Skip to Content
Climate change

Climate change-fueled heatwaves could kill millions

This summer’s record-setting heat spells portend a far deadlier future.
August 3, 2020
Photo by Ashkan Forouzani on Unsplash

Blistering heatwaves are breaking temperature records around the globe this year, from Iraq to the American Southwest. And it’s only going to get worse, as climate change accelerates.

By the end of this century, extreme heat spells could kill roughly as many people as all infectious diseases combined, including HIV, malaria and yellow fever, according to a new study.

The findings: Heatwaves will kill an additional 73 people per 100,000 by 2100, under a scenario in which nations continue to pump out high levels of greenhouse gas emissions (known as RCP8.5), according to research by the Climate Impact Lab, a group of climate economists and researchers at several US universities.

In some of the hottest and poorest parts of the world, like Bangladesh, Pakistan and Sudan, the mortality rate could reach or exceed 200 deaths per 100,000.

But … A growing number of climate researchers argue such a high-end scenario, though often used, is too pessimistic given flattening global emissions. Under a more optimistic scenario in which greenhouse gas pollution peaks around 2040 and begin falling thereafter, additional deaths would decline to 11 per 100,000. Depending on the population at that point, that could still be around a million extra fatalities.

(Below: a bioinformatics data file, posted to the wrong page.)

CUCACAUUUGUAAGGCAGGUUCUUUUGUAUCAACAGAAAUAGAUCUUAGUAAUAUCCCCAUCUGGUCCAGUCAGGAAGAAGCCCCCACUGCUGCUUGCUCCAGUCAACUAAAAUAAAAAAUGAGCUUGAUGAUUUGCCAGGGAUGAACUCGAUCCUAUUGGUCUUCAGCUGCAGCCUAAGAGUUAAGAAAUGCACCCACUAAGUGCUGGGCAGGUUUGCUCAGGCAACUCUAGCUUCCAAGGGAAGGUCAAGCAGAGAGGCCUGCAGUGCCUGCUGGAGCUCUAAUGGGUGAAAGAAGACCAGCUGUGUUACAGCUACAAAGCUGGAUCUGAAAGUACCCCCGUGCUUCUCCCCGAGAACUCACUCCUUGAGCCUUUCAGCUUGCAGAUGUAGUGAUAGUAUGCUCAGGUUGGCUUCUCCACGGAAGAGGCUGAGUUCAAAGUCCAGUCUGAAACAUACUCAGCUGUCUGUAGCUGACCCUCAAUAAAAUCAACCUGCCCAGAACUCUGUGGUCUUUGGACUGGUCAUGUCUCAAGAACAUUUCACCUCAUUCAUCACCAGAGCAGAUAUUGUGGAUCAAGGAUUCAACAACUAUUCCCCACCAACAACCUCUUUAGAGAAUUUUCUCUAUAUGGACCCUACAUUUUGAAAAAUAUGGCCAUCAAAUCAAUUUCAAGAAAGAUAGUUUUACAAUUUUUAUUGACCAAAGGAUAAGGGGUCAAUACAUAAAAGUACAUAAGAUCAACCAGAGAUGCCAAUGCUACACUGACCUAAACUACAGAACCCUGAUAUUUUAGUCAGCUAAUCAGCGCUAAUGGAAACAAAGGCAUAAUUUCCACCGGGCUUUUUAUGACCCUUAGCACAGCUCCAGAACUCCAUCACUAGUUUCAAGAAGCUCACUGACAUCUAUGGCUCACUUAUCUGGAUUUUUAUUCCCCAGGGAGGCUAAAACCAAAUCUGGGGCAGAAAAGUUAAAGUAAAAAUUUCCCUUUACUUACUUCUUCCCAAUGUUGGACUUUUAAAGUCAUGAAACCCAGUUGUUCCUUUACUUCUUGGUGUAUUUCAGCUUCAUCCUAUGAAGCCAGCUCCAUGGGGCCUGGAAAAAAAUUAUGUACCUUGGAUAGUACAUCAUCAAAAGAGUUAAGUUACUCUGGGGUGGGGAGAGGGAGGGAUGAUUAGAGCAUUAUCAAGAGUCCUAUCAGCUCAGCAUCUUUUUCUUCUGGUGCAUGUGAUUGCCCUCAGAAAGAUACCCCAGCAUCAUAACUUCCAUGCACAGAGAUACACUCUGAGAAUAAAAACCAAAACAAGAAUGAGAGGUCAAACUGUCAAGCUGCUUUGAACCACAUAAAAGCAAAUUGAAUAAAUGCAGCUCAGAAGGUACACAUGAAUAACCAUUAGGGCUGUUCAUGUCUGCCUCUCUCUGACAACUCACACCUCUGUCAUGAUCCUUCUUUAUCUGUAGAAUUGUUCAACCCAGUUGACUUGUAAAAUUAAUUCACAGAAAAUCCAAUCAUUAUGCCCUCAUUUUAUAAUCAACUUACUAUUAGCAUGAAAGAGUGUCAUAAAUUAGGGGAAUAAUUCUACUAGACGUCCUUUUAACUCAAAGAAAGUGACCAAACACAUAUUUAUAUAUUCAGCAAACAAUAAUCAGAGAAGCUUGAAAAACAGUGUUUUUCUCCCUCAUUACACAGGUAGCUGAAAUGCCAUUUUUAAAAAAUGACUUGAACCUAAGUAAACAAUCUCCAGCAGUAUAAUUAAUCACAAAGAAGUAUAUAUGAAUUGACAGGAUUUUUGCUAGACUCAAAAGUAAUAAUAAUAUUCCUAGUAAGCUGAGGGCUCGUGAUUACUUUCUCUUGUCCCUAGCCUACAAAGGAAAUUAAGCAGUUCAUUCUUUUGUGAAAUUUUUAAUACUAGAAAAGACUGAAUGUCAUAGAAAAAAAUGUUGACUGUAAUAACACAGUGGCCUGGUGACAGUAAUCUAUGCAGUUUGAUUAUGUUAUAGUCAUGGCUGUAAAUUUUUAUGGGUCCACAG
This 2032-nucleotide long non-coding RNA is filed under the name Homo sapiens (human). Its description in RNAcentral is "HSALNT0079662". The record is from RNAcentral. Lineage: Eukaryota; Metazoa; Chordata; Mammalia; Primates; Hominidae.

Adapt: The 73 deaths projection takes into account investments into climate adaptions that richer nations are likely to make into things like air conditioning and urban cooling centers, based on historic patterns. If a country can afford it, adaptations are well worth the cost, cutting the death rate by 29% and shrinking the blow to domestic GDP. But many poor, hot nations, which will already suffer disproportionately from worsening heat waves, won’t have that luxury.

Methods: The researchers drew their conclusions by analyzing the historic links between temperature records and mortality data in dozens of nations, and projecting future deaths using highly regional climate projections.

Deep Dive

Climate change

These three charts show who is most to blame for climate change

Getting to the bottom of which countries have contributed most to climate change is complicated, but a few pieces of data can help.

Super-hot salt could be coming to a battery near you

New battery chemistries can help unlock more renewable energy for the grid.

Power beaming comes of age

How power beaming could change the way we power everything from satellites to mobile phones and reduce carbon emissions.

Inside Alphabet X’s new effort to combat climate change with seagrass

A previously unrevealed program would use cameras, computer vision, and machine learning to track the carbon stored in the biomass of the oceans.

Stay connected

Illustration by Rose Wong

Get the latest updates from
MIT Technology Review

Discover special offers, top stories, upcoming events, and more.

Thank you for submitting your email!

Explore more newsletters

It looks like something went wrong.

We’re having trouble saving your preferences. Try refreshing this page and updating them one more time. If you continue to get this message, reach out to us at customer-service@technologyreview.com with a list of newsletters you’d like to receive.